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Pittsburgh Passes Paid Sick Days Ordinance

Pittsburgh United, an organization that strives to advance social and economic justice in the City of Pittsburgh by fighting for family-sustaining jobs and equitable economic development, convened a coalition of over 25 labor unions, faith, environment, women's and community organizations to work together to pass the Ordinance.

As part of the Paid Sick Days coalition, Attorney Block attended strategic planning sessions; researched Pennsylvania case law; helped draft a legal memo outlining the City's authority to pass the Paid Sick Days Ordinance that was circulated to City Council members; reviewed several drafts of the Paid Sick Days ordinance; advised members of the coalition as to what effect(s) the proposed amendments would have; drafted various amendments to the Paid Sick Days Ordinance; and worked with members of City Council to ensure optimum coverage for working Pittsburghers.

The Paid Sick Days Ordinance seeks to protect the public health by providing paid sick days for employees who work in the City of Pittsburgh. The Ordinance does not apply to federal or state employees, independent contractors, construction workers in collective bargaining units and their registered apprentices, or seasonal workers who work 16 or fewer weeks a year and are notified of their seasonal status in writing at the time of hire. Employees accrue sick leave at a rate of one hour of sick leave for every 35 hours worked. Those who work for an employer with 15 or more employees can accrue a total of 5 paid sick days per year, and those who work for an employer with fewer than 15 employees can accrue at total of 3 sick days per year. Employees who work for an employer with fewer than 15 employees will accrue 3 days of unpaid sick leave the first year after the effective date of the Ordinance and 3 days of paid sick leave thereafter.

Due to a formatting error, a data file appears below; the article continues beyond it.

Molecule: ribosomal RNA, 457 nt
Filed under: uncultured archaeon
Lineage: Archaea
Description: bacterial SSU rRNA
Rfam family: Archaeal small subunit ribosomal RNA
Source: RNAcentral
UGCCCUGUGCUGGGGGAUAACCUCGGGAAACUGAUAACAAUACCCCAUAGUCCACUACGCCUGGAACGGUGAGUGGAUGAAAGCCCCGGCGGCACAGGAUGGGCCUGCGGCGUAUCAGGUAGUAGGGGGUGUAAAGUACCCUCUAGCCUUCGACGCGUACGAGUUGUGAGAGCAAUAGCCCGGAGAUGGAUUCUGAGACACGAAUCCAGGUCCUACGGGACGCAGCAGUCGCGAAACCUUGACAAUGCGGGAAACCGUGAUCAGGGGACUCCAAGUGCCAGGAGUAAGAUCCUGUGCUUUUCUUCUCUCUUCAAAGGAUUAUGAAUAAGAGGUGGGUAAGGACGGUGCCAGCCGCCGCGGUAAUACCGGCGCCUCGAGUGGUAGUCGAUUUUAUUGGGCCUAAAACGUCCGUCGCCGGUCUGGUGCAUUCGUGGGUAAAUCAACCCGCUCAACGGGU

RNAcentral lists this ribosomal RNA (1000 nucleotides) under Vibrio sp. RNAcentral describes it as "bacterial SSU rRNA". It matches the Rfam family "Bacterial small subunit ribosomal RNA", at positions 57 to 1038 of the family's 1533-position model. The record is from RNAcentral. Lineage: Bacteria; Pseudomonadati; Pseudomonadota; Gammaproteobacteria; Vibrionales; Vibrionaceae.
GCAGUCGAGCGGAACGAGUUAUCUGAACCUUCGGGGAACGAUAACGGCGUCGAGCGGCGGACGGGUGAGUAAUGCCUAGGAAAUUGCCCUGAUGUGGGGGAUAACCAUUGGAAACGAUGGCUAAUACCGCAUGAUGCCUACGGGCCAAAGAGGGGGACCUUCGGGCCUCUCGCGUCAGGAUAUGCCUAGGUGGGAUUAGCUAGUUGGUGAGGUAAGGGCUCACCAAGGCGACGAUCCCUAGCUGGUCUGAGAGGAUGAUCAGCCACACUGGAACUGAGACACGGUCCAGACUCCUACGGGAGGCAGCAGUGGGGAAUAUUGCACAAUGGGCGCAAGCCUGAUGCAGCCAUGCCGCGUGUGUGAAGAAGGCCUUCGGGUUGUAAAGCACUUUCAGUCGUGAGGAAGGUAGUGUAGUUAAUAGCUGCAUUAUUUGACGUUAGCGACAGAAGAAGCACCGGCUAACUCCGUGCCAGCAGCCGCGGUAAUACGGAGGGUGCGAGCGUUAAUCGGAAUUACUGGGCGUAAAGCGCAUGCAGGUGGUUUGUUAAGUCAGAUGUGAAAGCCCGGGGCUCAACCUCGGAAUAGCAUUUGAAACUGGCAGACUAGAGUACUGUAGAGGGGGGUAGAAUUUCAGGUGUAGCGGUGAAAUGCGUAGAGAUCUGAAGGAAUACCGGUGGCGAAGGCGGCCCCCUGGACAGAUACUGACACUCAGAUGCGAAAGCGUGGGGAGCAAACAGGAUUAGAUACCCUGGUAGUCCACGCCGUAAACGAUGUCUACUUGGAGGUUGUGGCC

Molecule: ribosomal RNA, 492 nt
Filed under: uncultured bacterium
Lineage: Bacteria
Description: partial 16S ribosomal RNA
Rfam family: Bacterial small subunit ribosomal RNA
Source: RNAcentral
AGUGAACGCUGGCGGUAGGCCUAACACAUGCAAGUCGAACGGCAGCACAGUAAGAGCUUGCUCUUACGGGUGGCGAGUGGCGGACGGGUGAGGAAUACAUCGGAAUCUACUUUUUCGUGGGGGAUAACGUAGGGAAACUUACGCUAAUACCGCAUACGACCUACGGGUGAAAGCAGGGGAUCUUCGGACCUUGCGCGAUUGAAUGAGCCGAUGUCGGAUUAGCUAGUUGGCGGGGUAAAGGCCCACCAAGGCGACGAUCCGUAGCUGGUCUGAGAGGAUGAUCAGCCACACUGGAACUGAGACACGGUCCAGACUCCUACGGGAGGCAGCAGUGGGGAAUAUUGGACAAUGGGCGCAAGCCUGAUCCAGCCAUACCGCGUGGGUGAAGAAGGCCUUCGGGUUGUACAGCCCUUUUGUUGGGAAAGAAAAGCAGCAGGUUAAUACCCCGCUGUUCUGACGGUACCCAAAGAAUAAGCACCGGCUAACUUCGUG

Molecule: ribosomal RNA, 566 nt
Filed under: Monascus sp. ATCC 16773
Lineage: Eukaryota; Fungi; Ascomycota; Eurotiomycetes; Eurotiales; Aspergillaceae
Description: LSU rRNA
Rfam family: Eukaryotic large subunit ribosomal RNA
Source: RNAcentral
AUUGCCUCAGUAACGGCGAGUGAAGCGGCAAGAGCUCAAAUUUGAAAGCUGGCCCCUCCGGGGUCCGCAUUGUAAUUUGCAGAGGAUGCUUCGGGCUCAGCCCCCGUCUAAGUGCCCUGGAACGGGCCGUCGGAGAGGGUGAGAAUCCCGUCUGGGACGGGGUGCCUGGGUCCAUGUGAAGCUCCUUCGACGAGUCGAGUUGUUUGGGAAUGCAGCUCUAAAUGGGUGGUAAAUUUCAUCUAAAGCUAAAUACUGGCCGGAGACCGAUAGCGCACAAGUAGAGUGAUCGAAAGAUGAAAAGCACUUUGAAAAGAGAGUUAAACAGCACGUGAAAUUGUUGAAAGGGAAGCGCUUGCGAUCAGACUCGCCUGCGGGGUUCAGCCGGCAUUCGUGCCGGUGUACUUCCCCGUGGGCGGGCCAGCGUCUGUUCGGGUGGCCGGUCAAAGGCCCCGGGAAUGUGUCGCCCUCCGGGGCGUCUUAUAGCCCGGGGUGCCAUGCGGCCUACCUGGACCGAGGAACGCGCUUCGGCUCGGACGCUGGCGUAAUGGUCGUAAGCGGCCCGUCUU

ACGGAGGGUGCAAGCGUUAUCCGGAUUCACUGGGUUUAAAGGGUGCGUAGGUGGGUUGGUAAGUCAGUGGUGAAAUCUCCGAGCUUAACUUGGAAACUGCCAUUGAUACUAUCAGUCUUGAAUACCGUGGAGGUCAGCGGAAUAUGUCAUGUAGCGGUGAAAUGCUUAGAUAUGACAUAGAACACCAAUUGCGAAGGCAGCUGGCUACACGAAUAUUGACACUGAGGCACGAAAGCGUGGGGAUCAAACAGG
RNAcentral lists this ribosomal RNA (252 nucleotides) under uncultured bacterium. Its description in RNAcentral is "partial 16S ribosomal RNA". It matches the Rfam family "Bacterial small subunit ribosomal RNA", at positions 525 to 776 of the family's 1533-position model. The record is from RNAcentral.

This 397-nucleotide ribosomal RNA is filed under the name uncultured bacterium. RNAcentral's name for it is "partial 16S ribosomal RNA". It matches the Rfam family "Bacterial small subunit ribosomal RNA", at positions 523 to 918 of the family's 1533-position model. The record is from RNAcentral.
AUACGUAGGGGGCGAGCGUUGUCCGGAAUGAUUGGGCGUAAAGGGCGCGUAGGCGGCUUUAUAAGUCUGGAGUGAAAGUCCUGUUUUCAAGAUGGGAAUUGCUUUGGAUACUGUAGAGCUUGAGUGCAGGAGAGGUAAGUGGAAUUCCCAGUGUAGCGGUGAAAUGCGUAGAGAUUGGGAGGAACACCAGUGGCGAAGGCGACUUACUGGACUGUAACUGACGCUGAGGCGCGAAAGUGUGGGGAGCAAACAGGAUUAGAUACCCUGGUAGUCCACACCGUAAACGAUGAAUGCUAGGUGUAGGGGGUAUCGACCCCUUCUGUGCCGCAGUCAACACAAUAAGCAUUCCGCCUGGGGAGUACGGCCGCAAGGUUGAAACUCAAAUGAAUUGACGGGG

For more information about the Ordinance, or to learn who is covered, visit the City of Pittsburgh website and the Pittsburgh United infographic.

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